27 April 2020 | UK NEWS
The Prime Minister has seemingly made a full recovery from his fight against coronavirus, making it back to the steps of Downing Street once again. After more than three weeks out from fighting the virus, Boris marked his return by calling upon the public to help maintain the lockdown.
In front of Number 10, he said the UK was “at maximum risk” at this point in the fight against the spread. He also stressed that people should “not lose patience with the lockdown”, claiming we are now beginning to turn the tide on the disease.
Importantly, he also stated that he did not plan on throwing away the public’s effort and sacrifice by ending the lockdown too soon, which signals further lockdown for a little while longer. He did not mention a timescale for when the restrictions would be lifted, saying: “We simply cannot spell out now how fast or slow, or even when those changes will be made, though. Clearly, the government will be saying much more about this in the coming days.”
Remaining conciliatory, he expressed understanding for the concerns of company owners who wished to reopen their businesses, but insisted that a second wave of the virus would lead to more deaths, “economic disaster” and restrictions being reintroduced. He said he would therefore be maintaining the status quo for now, adding: “I ask you to contain your impatience.”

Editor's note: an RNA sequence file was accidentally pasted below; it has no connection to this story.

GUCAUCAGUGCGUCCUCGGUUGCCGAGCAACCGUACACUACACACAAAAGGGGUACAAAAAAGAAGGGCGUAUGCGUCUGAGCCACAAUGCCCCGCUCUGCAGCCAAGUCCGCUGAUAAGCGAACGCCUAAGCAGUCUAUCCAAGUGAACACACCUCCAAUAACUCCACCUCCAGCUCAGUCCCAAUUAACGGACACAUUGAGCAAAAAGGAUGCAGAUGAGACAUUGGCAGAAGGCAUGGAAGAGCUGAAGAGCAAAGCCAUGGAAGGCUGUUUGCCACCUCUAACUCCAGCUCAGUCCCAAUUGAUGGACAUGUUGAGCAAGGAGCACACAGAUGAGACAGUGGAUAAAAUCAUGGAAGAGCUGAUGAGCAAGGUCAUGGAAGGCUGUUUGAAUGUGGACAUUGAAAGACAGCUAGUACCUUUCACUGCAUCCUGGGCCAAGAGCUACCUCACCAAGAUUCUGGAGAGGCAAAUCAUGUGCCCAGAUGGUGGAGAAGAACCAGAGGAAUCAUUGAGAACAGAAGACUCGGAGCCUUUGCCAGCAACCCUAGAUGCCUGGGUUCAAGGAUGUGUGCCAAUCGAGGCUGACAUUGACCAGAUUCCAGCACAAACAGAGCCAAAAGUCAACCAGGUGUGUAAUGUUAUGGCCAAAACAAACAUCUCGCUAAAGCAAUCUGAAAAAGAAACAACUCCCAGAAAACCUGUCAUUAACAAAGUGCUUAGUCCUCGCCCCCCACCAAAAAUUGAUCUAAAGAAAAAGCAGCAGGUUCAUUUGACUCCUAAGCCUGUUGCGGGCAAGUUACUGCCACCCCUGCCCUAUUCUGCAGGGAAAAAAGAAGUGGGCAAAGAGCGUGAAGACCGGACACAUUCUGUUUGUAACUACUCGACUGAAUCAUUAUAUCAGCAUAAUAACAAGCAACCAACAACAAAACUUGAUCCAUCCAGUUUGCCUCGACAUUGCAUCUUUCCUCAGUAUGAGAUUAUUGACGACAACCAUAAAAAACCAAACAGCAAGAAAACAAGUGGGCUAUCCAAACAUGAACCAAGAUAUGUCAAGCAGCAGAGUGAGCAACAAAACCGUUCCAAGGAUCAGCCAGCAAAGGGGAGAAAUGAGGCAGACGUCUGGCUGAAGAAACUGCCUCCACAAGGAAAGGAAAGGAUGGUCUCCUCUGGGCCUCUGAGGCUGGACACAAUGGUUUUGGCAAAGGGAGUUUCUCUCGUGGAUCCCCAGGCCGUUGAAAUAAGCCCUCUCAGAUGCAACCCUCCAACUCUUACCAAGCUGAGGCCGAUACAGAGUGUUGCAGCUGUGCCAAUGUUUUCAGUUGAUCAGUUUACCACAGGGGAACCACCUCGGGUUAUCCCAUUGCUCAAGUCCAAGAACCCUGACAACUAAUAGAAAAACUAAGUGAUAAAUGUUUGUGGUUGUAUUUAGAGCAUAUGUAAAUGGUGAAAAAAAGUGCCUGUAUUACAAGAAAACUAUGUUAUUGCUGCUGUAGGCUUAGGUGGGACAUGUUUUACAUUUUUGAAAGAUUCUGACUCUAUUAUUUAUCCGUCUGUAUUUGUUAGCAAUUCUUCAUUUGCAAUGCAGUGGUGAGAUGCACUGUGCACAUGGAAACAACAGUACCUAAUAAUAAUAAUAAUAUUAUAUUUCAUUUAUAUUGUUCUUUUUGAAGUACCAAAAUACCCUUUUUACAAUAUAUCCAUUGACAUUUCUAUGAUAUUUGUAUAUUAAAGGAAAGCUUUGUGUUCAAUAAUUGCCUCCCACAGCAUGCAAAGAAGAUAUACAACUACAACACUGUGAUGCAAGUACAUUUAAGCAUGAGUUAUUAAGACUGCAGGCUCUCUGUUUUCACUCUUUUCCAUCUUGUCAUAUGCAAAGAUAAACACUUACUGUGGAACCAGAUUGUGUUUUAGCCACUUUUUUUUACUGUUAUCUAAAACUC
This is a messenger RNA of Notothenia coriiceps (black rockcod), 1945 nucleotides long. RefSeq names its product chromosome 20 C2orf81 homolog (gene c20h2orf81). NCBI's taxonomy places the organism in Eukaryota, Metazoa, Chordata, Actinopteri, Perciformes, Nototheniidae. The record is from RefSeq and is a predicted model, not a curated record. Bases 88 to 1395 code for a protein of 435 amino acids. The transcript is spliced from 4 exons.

Reassuring news was also announced when he said UK has “so far collectively shielded our NHS” and that there were “real signs now that we are passing through the peak” – including with fewer hospital admissions and fewer Covid-19 patients in intensive care, which is sure to be welcome news for the nation.
In typical Boris fashion, he added an unexpected parable to compare being attacked by the virus:
“If this virus were a physical assailant, an unexpected and invisible mugger – which I can tell you from personal experience, it is – then this is the moment when we have begun together to wrestle it to the floor. And so it follows that this is the moment of opportunity, this is the moment when we can press home our advantage, it is also the moment of maximum risk.
“I know there will be many people looking at our apparent success, and beginning to wonder whether now is the time to go easy on those social distancing measures. And I know how hard and how stressful it has been to give up, even temporarily, those ancient and basic freedoms – not seeing friends, not seeing loved ones, working from home, managing the kids, worrying about your job and your firm.”
He added: “I understand your impatience, I share your anxiety.”
We at Wolves are very pleased to see the Prime Minister healthy again and in good spirits!